I suspect the Obama Administration knows this, and is aiding and abetting that very outcome by participating in the negotiations.

May 23rd, 2012 at 3:32 pm
Some Domestic Drones May Get Rubber Bullets, Tear Gas

Last week, I wrote in my column that “So far, consensus around the FAA’s thinking indicates that domestic drones would not be approved to fly with weapons.”

That was in reference to the Federal Aviation Administration’s announcement that it will ease restrictions on civilian use of unmanned drones for use in surveillance and research.  The institutions most interested in using drones are law enforcement entities ranging from the FBI to local police departments.

Now, consider this:

Chief Deputy Randy McDaniel of the Montgomery County Sheriff’s Office in Texas told The Daily that his department is considering using rubber bullets and tear gas on its drone.

“Those are things that law enforcement utilizes day in and day out and in certain situations it might be advantageous to have this type of system on the UAV (unmanned aerial vehicle),” McDaniel told The Daily.

Conservative commentator Charles Krauthammer was criticized last week for saying, “I don’t want regulations, I don’t want restrictions, I want a ban on this.”  Call it a slippery slope or inevitable logic, but Krauthammer’s instinct was right.  Regulations and restrictions open the door for interpretations like the Texas sheriff’s office; i.e. that a drone – apparently unlike a police cruiser or helicopter – is a physical extension of a cop and should be equipped with rubber bullets and tear gas.  If this is allowed, there is no logical reason to prohibit other more lethal devices.

In his comments, Krauthammer said that “the first guy who uses a Second Amendment weapon to bring a drone down that’s been hovering over his house is going to be a folk hero in this country.”

Not if the drone shoots him first.

May 17th, 2012 at 10:41 am
Podcast: Stand Your Ground Laws Don’t Encourage Vigilantism
Posted by CFIF Staff Print

In an interview with CFIF, John R. Lott, Jr., economist and bestselling author of “More Guns, Less Crime” and “The Bias Against Guns,” discusses the statistical relationship between Stand Your Ground and Castle Doctrine laws and the reduction in violent crimes, whether Florida’s Stand Your Ground law applies in the George Zimmerman and Trayvon Martin case, and his latest book, “Debacle: Obama’s War on Jobs and Growth and What We Can Do to Regain Our Future.”

Listen to the interview here.

March 30th, 2012 at 2:44 pm
Washington, D.C.: Following Supreme Court’s Gun Ban Ruling, Fewest Murders Since 1963
Posted by Timothy Lee Print

When the United States Supreme Court affirmed the Second Amendment’s individual right to keep and bear arms and overturned Washington, D.C.’s prohibition, Mayor Adrian Fenty predicted, “More handguns in the District of Columbia will only lead to more handgun violence.”  But that’s not what happened, which comes as no surprise to anyone paying attention to decades of real-world data.  In the famous words of Dr. John Lott, “More Guns, Less Crime.”

Today, The Wall Street Journal noted that the D.C. saw its fewest number of murders since 1963.  What’s more, the decline occurred even as its police force has declined:  “Washington, D.C., last year recorded 108 murders, its fewest since 1963, despite 230 fewer uniformed officers than in 2009.”  More stubborn facts to debunk strangely persistent anti-gun hysteria.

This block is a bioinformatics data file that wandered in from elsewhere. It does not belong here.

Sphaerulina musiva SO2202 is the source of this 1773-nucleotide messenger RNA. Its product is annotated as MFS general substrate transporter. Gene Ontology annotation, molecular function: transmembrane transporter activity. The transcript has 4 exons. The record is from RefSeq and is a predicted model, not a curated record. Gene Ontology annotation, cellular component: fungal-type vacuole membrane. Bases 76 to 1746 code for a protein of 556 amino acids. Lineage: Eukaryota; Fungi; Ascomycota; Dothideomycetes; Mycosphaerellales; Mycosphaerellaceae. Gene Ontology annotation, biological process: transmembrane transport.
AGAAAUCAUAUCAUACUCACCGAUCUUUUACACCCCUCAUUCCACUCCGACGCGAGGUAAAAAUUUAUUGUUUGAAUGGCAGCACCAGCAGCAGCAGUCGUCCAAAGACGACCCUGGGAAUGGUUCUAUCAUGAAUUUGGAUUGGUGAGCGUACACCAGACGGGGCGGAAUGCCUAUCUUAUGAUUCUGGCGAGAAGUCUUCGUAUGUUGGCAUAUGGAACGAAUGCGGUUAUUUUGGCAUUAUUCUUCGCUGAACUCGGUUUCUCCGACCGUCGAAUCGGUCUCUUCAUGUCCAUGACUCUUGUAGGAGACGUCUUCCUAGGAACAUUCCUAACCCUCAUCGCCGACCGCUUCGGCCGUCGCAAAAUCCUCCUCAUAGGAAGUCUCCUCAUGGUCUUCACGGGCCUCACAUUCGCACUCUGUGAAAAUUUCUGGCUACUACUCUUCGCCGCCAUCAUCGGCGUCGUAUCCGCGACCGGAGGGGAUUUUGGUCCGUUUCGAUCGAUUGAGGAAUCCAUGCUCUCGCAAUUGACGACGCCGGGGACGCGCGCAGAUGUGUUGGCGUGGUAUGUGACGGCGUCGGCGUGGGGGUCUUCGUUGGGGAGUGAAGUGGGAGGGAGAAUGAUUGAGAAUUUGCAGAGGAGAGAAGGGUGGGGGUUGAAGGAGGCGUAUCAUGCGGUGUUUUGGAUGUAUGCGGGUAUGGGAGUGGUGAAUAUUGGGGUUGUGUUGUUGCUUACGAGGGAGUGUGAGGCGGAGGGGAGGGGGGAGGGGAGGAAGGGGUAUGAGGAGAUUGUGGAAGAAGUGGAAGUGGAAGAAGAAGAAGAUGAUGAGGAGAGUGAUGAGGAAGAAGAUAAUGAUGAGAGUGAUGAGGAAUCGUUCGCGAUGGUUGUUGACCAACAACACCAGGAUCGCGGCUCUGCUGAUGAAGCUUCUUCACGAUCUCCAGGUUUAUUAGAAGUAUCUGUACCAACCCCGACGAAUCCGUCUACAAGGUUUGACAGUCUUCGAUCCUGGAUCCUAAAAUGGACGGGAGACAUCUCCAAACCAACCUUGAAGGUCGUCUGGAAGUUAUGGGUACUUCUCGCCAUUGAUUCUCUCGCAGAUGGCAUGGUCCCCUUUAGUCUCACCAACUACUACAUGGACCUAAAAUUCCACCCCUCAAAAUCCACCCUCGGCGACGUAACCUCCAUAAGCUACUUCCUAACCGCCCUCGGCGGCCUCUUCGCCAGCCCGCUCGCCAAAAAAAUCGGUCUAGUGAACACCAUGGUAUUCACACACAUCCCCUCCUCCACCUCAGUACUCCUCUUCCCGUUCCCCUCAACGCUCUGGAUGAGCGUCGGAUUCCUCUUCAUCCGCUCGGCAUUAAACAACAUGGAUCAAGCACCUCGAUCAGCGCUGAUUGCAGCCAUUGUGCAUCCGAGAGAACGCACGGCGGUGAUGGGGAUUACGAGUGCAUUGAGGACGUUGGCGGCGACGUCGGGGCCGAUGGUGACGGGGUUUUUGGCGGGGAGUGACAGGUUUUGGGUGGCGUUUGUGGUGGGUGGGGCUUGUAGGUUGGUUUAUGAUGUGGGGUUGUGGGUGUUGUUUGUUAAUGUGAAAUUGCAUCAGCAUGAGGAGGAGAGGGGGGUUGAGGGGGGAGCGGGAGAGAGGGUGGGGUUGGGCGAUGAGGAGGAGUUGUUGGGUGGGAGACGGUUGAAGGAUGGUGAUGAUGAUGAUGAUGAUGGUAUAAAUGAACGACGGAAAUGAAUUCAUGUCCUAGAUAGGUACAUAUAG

January 24th, 2011 at 11:08 am
Remember This When Someone Calls For More Gun “Control”
Posted by Timothy Lee Print

Are new “assault weapons” bans or pistol magazine limits appropriate responses to the Tucson murders?  Airheads from Senator Chuck Schumer (D – New York) to “conservative” commentator Peggy Noonan seem to think so.

If those were effective answers, then one could presumably find evidence that such laws reduce crime.  But that’s not the case, says Dr. John Lott, Jr.:

No research by criminologists or economists has found that the either the assault weapons ban or the magazine-size restrictions reduce crime.  This is not surprising, as magazines are simply small metal boxes with a spring and are thus very easy to make.  Besides, someone planning to harm a large number of people can easily bring two or more loaded guns.”

Indeed, the objective evidence shows that tougher gun restrictions increase crime and violence.  Fewer gun restrictions, on the other hand, reduce crime and violence.  Just look at Chicago, where everyone from Mayor Richard Daley to former Supreme Court Justice John Paul Stevens predicted “more gun death” and “anarchy” following last year’s McDonald Supreme Court decision overturning that city’s draconian gun laws.  Instead, Chicago homicides fell to their lowest level since 1965.

Polls show that the American public understands this.  When will people like Peggy Noonan?

July 9th, 2010 at 1:28 am
Thomas Concurs

Any reader familiar with Supreme Court Justice Antonin Scalia knows his professional reputation is etched with the cuts of (seemingly) a thousand harshly worded dissents.  In fact, they are so clear and compelling there’s a book called Scalia Dissents that catalogues some of his most pointed opinions.

Justice Clarence Thomas takes a different approach.  His most intriguing opinions usually come in the form of concurrences, agreeing with the conservative majority’s result, but not its process.  The most recent example was his unchallenged concurrence to the Chicago gun rights case (McDonald v. City of Chicago).  In it, the Court’s clearest thinking – and best writing – justice observed that “due process” of the 14th Amendment guarantees nothing more than the process due a person before taking his life, liberty or property.

In other words, the government can deprive a person of any one or all three, it just needs to establish a scheme for doing so.